From JDSupra, Allan Bloom and Eric Novak discuss a lawsuit brought by business groups that challenged the delay in the Trump administration rule setting the standard for determining if a worker is an employee or independent contractor. The business groups in the suite are the Coalition for Workforce Innovation, Associated Builders and Contractors of Southeast Texas, and the Associate Builders and Contractors, Inc. Allan and Eric write:
In a complaint filed on March 26, 2021, business groups challenged a U.S. Department of Labor March 4, 2021 final rule to delay the effective date of the Trump-era regulation on independent contractor classification. As we previously reported, that Trump-era rule, which was finalized two weeks before President Biden took office, was initially scheduled to take effect on March 8, 2021 but was then delayed until May 7, 2021.
The business groups argue that the DOL, in violation of the Administrative Procedure Act’s notice and comment rulemaking requirements, failed to provide a meaningful comment period before enacting the March 4, 2021 final rule to delay the rule’s effective date. The business groups also allege that the DOL failed to offer substantive justification in enacting the final rule to delay and acted arbitrarily and capriciously. The lawsuit seeks a declaratory judgment declaring the March 4, 2021 final rule to delay invalid, a permanent injunction against the final rule to delay, and a declaration that the rule went into effect on March 8, 2021.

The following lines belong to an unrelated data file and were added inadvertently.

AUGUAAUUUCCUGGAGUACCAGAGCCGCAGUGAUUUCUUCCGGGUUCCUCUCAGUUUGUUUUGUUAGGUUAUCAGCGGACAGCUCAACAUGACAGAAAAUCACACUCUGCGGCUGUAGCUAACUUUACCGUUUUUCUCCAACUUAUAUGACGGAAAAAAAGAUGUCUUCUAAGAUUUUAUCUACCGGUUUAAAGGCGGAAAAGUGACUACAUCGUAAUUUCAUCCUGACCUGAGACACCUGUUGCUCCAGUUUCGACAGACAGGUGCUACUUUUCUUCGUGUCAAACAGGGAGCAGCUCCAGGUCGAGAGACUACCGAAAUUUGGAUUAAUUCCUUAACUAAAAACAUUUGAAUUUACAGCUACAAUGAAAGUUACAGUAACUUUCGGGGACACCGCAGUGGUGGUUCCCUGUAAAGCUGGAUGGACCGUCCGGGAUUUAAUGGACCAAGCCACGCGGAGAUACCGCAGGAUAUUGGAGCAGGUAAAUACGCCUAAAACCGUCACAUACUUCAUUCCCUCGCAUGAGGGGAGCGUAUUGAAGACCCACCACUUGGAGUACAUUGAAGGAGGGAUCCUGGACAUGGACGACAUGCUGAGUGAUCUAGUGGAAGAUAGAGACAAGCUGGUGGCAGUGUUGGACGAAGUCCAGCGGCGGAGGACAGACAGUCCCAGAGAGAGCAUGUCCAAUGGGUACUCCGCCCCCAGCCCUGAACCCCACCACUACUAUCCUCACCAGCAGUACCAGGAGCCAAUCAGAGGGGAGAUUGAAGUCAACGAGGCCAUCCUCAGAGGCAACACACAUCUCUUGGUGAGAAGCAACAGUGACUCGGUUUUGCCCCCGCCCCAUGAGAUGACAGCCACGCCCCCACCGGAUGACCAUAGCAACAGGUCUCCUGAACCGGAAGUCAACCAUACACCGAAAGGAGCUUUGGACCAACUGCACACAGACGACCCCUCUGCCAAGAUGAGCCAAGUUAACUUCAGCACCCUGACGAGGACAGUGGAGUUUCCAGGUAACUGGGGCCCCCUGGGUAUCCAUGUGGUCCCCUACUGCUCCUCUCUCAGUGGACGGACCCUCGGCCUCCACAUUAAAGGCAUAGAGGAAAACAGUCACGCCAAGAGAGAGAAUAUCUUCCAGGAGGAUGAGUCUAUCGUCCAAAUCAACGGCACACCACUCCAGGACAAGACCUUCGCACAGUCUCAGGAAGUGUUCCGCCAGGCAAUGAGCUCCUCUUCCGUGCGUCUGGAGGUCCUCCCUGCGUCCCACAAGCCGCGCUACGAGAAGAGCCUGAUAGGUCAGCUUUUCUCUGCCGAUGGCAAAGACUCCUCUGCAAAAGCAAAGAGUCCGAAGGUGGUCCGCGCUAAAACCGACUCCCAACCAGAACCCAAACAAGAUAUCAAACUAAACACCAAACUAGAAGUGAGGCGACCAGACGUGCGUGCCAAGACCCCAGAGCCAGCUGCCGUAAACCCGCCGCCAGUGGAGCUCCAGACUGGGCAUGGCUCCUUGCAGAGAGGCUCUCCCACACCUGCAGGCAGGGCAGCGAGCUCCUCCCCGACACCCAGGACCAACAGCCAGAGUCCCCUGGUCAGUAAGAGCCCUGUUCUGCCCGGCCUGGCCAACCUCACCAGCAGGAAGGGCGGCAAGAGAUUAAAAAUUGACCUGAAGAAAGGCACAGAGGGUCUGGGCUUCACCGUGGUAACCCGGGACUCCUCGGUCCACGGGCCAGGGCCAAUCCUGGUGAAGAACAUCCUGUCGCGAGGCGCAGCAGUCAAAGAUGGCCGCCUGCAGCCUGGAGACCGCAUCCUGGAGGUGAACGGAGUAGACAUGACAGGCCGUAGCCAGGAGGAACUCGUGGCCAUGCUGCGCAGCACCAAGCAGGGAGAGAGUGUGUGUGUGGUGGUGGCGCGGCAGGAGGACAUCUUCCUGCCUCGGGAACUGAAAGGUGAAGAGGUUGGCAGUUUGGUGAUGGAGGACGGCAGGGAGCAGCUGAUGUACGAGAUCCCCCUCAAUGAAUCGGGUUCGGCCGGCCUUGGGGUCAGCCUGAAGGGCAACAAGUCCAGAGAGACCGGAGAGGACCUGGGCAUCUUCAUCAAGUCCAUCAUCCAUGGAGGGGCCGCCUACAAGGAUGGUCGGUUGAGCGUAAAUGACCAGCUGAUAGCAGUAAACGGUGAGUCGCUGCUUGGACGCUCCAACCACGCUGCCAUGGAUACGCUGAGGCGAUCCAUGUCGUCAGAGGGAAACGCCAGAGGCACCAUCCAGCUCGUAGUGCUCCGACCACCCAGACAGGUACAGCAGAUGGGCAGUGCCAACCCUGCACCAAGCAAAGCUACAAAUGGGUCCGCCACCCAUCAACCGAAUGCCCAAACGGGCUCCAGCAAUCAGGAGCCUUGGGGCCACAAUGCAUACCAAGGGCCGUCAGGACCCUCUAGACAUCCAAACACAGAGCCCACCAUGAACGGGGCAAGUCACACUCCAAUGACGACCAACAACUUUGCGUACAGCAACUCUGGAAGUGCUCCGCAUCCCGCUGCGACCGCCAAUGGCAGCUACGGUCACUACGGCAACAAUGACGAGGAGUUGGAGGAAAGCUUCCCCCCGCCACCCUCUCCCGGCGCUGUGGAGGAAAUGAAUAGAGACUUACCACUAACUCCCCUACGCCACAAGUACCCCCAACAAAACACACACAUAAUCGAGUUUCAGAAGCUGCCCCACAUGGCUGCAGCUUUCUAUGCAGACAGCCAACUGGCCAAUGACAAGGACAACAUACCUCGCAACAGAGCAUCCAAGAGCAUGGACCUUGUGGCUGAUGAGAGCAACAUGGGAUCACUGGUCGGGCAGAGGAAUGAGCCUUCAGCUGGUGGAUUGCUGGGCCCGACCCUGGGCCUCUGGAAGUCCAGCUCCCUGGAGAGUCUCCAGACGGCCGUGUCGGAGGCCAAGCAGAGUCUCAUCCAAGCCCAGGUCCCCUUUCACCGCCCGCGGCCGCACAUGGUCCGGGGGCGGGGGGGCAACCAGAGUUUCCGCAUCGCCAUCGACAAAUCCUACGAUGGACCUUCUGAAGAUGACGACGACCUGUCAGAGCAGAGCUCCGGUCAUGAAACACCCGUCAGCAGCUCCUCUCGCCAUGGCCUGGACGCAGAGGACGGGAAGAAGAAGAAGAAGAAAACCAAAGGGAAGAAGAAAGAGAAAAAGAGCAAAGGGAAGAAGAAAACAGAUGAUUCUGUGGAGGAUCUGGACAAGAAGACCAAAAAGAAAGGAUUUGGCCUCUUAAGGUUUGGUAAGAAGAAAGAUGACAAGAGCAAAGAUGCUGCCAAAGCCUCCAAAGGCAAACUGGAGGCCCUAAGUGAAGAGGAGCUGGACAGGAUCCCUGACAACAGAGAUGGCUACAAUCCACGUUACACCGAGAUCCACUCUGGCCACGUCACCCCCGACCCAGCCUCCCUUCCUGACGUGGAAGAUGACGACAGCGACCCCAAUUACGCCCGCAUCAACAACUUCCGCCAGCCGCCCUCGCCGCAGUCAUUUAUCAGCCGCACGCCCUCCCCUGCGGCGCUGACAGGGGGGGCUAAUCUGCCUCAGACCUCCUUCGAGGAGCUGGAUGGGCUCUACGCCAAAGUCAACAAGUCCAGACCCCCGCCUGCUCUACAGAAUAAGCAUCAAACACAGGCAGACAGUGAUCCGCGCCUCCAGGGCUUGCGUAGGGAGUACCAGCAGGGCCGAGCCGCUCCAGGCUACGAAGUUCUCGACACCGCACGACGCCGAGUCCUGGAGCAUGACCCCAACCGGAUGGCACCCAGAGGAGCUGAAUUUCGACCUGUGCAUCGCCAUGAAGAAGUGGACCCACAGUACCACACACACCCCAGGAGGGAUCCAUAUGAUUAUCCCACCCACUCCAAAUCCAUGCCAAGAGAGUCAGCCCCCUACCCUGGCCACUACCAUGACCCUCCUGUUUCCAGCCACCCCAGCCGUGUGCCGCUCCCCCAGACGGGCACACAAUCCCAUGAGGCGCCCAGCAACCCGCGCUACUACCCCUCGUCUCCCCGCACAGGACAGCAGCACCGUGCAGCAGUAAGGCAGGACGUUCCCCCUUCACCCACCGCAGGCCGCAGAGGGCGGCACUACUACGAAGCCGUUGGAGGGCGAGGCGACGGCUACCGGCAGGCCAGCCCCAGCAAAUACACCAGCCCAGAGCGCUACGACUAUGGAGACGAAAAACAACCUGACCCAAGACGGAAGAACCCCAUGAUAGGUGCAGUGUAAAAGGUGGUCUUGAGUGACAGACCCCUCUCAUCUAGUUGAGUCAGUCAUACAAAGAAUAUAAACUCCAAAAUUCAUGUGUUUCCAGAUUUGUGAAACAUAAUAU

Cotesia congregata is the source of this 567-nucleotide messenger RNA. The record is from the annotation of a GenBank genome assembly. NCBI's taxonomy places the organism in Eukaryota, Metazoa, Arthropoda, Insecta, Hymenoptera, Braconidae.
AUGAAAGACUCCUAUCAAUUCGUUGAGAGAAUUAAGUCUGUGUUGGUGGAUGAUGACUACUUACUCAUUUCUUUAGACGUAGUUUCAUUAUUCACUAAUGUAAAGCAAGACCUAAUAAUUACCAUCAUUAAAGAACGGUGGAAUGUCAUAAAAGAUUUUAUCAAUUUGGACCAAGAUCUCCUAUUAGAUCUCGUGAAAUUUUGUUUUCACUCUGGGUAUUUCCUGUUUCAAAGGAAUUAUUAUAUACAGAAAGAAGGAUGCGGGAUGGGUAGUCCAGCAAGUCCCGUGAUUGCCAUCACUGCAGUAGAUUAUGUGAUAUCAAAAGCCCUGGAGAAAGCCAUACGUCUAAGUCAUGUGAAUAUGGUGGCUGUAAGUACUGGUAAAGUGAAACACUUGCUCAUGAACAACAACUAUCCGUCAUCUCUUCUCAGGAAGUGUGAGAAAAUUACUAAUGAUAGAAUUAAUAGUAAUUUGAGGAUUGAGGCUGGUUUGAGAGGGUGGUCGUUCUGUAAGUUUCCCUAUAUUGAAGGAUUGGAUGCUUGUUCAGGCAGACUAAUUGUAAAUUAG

The business groups further argue that the DOL Wage and Hour Division’s March 11, 2021 Notice of Proposed Rulemaking (“NPRM”), which subsequently withdrew the delayed Trump-era independent contractor rule, should be withdrawn. The business groups assert that because the NPRM seeking to withdraw the independent contractor rule relies upon the improper March 4, 2021 final rule to delay, the NPRM itself is invalid.
It’s certainly not uncommon for an incoming Presidential administration to freeze lame-duck regulatory activity initiated by an outgoing administration from another political party; for an incoming administration to revoke and revise legacy rulemaking; and for stakeholders to challenge rulemaking through litigation. We’ll continue to monitor the activity around the federal independent contractor rule, which many businesses across the country are following with keen interest.